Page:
The penultimate day saw the scenery change yet again as the dunes began to flatten out which lead to some fast driving across the sand and a reduced level of car sickness. We stopped off for a dip at one last ‘oasis’ which was a larger disappointment that the first. Although this oasis had water, it had been piped and was being used to fill a water trough which then overflowed and ran towards a small flock of bushes and trees. The water was once again hot and sulphurous yet some more eagerly than others jumped straight into the water in an effort to freshen up. I got out relatively quickly feeling far dirtier than before getting in, yet our crew relished it and soon had the water pipe set up into a makeshift shower where they whipped out the soap, lathered up, washed some clothes and generally had a great time. I on the other hand sulked off to take photos of all the rubbish lying around from tyres, to chemical drums, to shoes and plastic bottles. What made it worse was that there wasn’t even a road nearby that I was aware of, although it was obvious this was a popular stop from the amount of camel poo lying around and wheel marks in the sand. If there was only one thing to be sad about on the whole trip then it was the state of any place we visited that had water.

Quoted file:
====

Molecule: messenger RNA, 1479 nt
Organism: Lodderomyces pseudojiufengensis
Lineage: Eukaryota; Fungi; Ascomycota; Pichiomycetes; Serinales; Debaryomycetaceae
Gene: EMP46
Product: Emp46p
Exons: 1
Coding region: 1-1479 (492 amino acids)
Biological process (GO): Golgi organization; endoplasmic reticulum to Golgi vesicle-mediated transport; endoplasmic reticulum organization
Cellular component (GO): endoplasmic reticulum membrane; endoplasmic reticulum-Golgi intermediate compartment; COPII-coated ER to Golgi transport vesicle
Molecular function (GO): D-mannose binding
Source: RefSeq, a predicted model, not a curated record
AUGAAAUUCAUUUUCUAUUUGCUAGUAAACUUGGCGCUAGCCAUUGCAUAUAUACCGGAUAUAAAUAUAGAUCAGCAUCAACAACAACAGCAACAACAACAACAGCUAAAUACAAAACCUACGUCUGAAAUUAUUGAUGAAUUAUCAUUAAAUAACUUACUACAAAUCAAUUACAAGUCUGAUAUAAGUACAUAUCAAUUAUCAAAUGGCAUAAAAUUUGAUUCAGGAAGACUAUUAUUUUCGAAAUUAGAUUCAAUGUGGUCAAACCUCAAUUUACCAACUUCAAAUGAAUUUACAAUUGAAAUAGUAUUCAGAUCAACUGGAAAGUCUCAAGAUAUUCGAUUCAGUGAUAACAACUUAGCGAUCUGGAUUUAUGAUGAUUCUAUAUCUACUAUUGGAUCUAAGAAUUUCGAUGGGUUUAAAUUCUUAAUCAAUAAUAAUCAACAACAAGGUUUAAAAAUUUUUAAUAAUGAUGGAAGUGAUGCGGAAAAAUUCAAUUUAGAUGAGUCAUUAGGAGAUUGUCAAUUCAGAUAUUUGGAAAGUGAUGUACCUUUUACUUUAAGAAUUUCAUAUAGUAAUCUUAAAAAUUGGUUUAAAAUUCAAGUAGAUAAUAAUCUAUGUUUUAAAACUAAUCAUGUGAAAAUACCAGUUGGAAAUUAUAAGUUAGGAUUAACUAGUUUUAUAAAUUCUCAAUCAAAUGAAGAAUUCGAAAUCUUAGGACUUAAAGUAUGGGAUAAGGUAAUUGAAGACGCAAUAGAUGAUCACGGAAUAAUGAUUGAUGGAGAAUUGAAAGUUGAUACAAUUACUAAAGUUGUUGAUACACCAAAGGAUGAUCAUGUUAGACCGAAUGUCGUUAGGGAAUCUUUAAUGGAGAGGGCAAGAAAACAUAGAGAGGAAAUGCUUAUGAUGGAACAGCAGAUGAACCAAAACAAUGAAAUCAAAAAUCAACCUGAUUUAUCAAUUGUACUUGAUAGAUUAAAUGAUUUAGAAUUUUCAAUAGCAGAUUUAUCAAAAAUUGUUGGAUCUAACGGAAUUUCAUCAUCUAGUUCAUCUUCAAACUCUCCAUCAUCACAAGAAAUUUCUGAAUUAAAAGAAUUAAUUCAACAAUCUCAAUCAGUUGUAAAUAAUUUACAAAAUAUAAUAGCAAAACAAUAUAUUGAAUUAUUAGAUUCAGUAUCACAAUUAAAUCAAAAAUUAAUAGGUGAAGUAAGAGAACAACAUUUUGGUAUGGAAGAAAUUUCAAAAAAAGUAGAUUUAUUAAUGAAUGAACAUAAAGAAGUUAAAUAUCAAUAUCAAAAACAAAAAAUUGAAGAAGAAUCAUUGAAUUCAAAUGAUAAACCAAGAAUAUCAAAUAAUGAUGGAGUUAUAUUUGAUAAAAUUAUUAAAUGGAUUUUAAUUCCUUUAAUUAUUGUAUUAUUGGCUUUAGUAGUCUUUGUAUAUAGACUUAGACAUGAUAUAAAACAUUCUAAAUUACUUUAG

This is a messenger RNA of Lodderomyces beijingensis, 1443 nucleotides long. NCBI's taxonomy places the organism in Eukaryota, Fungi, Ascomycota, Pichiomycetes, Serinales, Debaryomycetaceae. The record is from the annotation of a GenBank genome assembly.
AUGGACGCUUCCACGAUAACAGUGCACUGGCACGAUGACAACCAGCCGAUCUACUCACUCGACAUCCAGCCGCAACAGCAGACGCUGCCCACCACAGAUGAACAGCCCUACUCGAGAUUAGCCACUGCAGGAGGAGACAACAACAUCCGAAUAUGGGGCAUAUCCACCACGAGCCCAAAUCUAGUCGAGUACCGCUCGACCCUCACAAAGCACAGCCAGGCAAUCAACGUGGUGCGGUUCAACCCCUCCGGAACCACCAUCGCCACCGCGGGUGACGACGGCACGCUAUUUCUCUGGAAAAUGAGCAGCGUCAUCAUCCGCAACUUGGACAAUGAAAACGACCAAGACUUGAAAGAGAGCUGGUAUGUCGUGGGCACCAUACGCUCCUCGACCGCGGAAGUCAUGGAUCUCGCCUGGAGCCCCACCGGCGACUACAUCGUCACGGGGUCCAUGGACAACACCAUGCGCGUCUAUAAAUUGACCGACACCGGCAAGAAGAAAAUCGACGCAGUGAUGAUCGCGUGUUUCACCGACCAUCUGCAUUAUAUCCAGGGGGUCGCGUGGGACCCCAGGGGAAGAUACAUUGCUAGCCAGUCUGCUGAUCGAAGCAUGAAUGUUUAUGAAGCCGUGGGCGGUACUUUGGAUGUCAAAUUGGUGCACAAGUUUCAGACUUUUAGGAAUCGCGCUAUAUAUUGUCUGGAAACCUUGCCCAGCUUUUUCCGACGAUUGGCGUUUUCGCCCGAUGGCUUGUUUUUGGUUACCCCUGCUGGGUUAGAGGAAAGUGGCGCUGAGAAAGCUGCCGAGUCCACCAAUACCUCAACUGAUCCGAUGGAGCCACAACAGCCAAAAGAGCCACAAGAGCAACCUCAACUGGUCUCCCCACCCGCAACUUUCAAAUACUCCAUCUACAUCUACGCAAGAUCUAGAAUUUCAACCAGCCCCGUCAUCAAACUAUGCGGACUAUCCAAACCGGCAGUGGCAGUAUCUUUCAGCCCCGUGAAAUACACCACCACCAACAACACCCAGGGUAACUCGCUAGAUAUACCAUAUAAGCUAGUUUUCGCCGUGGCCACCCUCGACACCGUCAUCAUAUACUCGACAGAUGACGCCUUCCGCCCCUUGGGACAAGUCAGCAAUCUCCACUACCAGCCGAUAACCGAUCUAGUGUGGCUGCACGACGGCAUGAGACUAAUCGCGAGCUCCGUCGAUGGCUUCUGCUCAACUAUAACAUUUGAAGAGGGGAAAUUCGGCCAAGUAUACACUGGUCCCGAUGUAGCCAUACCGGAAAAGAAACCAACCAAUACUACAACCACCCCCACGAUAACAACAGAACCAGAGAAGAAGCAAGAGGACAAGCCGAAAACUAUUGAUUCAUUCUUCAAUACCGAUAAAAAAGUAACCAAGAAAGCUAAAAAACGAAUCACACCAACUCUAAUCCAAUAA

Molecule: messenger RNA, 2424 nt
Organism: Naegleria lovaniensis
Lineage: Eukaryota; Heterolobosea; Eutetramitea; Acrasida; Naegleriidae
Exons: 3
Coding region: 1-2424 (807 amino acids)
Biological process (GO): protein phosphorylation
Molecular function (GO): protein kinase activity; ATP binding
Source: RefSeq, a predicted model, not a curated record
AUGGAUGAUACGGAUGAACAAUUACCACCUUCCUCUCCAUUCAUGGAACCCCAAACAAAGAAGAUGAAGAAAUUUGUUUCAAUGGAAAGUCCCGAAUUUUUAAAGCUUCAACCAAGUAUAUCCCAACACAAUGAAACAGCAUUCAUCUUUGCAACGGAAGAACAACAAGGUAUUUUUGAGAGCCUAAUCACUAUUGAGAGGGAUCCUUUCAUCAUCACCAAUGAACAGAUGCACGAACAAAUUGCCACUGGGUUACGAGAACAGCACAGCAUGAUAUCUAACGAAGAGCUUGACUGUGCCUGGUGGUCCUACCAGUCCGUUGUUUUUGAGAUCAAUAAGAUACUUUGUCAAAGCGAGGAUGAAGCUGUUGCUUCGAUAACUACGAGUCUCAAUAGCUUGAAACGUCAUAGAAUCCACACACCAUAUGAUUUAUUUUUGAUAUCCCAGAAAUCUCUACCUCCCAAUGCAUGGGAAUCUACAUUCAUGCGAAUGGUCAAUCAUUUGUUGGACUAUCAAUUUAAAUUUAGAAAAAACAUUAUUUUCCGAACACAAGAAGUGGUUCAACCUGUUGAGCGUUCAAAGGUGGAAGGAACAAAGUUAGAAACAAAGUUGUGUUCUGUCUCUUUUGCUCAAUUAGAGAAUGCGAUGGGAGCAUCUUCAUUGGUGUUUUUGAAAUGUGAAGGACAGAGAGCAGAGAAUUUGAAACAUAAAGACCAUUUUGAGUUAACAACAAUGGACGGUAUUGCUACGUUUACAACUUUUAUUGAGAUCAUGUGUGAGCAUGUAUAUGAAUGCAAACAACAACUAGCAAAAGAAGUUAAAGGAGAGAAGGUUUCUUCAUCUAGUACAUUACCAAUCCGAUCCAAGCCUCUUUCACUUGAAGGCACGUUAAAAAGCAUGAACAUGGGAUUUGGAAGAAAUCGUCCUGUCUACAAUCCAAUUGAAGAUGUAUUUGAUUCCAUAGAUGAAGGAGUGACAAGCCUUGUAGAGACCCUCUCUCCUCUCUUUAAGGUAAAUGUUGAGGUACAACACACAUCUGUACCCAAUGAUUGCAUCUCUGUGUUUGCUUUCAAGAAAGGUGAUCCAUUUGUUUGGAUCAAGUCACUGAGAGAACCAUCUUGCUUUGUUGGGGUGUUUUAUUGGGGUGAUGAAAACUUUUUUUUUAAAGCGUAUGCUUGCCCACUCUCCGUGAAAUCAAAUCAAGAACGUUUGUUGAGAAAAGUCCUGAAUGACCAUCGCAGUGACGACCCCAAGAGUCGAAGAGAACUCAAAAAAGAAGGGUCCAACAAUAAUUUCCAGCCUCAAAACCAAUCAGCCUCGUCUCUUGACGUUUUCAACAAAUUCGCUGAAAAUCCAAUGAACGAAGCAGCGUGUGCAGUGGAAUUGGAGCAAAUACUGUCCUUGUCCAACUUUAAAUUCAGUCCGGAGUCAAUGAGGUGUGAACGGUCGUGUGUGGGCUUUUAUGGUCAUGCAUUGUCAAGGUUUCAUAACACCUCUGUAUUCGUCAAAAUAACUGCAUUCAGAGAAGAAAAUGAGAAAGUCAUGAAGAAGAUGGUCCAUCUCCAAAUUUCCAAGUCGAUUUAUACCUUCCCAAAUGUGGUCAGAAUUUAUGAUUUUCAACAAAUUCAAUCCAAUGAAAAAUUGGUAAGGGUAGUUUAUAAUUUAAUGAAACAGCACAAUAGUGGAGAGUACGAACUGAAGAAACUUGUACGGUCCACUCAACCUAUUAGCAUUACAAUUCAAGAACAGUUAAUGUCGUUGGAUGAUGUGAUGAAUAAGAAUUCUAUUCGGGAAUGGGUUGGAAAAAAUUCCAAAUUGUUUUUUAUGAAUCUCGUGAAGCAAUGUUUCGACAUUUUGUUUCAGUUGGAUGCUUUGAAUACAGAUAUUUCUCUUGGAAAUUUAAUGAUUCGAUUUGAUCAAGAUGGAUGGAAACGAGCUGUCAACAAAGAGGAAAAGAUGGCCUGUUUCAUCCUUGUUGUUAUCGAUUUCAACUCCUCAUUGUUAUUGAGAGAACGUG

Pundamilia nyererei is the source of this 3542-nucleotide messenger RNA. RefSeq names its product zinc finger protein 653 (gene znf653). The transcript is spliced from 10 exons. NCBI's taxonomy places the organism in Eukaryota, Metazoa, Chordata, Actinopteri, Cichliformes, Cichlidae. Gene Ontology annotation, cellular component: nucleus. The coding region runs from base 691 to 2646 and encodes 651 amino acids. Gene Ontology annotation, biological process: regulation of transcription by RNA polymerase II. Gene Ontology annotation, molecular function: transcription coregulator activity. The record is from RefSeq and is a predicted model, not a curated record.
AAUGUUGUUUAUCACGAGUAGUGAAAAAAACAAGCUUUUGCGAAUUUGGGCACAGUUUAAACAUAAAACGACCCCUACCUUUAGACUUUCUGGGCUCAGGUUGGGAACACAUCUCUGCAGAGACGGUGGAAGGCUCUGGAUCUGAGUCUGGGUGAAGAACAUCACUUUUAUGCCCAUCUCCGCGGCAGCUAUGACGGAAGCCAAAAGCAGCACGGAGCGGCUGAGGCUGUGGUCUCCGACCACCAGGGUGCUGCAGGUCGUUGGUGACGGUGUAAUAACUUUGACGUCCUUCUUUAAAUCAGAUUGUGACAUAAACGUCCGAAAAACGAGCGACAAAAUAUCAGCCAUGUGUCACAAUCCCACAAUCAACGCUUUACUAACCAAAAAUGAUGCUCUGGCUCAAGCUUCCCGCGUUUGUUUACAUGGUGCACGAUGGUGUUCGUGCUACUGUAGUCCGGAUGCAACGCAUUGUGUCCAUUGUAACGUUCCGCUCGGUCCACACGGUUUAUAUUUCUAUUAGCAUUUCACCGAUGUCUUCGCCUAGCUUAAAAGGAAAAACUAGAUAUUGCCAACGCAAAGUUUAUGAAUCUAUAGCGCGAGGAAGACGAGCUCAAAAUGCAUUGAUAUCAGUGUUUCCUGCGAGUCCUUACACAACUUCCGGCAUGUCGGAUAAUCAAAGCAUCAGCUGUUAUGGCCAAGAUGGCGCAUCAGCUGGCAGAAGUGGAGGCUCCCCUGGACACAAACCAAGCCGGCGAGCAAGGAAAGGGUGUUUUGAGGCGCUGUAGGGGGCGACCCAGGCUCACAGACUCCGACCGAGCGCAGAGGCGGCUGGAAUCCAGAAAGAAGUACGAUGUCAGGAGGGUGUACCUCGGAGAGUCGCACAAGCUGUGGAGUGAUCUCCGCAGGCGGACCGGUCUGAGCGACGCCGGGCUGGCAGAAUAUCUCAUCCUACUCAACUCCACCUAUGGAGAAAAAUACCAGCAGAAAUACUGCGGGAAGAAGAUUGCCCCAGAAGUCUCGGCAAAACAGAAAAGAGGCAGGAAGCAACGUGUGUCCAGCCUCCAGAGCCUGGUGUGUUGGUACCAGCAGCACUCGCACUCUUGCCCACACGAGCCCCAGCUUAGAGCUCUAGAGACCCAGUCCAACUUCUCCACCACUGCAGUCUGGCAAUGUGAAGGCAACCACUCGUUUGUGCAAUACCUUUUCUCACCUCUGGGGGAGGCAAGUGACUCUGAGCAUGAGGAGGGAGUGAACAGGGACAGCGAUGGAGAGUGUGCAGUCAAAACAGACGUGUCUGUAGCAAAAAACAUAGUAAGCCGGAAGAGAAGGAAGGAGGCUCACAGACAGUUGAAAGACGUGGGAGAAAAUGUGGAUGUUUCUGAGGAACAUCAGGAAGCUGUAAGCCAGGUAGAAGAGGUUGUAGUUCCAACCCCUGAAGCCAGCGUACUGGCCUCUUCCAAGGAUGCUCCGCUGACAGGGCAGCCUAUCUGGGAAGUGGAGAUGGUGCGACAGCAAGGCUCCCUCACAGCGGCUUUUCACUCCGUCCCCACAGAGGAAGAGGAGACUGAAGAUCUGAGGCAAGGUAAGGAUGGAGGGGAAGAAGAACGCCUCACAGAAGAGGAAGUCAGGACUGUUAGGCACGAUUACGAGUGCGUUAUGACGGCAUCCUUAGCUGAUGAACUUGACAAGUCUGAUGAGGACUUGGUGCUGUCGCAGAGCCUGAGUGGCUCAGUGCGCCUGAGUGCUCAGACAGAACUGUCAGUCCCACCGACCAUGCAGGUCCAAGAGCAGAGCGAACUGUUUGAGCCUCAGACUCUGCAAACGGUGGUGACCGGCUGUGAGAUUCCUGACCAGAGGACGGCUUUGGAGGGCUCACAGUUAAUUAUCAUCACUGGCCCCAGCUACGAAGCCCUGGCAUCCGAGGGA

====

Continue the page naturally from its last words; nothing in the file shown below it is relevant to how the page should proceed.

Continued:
As we hurtled north in search for the road home we came across the wreckage of a plane which, after some extensive CSI work, it was concluded that the plane was from the fifties. I’m sure the wreckage is well known but then this is Saudi Arabia and very little is commonly known about anything regarding such sights. Finally, after around four days with no roads we hopped onto a stone track that had been carved out by the oil companies although judging by the huge dunes that swept across it, it was barely used and we spent the first hour or so driving around the huge drifts. From then on the road remained clear and the boys sped up to over 100km/hr and we spent hour after hour looking at absolutely nothing other than a blue sky and a vast, flat, beige desert. It still had it’s own unique beauty but it couldn’t hold our attention the same as the rolling dunes from previous days. I have never been anywhere where the scenery remained the same for quite so long! After a full day on the stone road we began to pass the odd side road that led to an oil well in the distance and then as night fell, the sky filled with lights on the horizon. Not that of stars but of people and their towns and industry. As with the radio it was a strange feeling and on one hand it was a welcoming feeling but on the other it was one of sadness. Our wheels felt tarmac for the first time in seven days and we knew it was over as we were almost immediately thrown into everyday traffic, a little like stepping out of the wardrobe from Narnia. If I am honest, a week in the Empty Quarter is enough for there is only so much dune bashing one can do but also a week is the bare minimum and I feel like one could spend months in this desert and see something new and spectacular every day. As for returning home to modern life? I would be a fool to try and fight it or pretend I don’t go along with it. For me the most important thing is that great areas of the planet like the Rub’ al Khali remain in their raw, un-molested state. They are the last remaining spots on the planet where a human can escape and feel completely free and before long that too will also be gone as Mr Musk and others strive to deliver worldwide satellite WifFi coverage. But hey, at least we’ll be able to lie under the desert sky watching constellations of satellites fly over us in the place of the stars while sending a snapchat and checking the latest pandemic figures. Aside from a sad, final reflection, Saudi Arabia has once again provided an epic few weeks of travel, truly awesome. Shukran.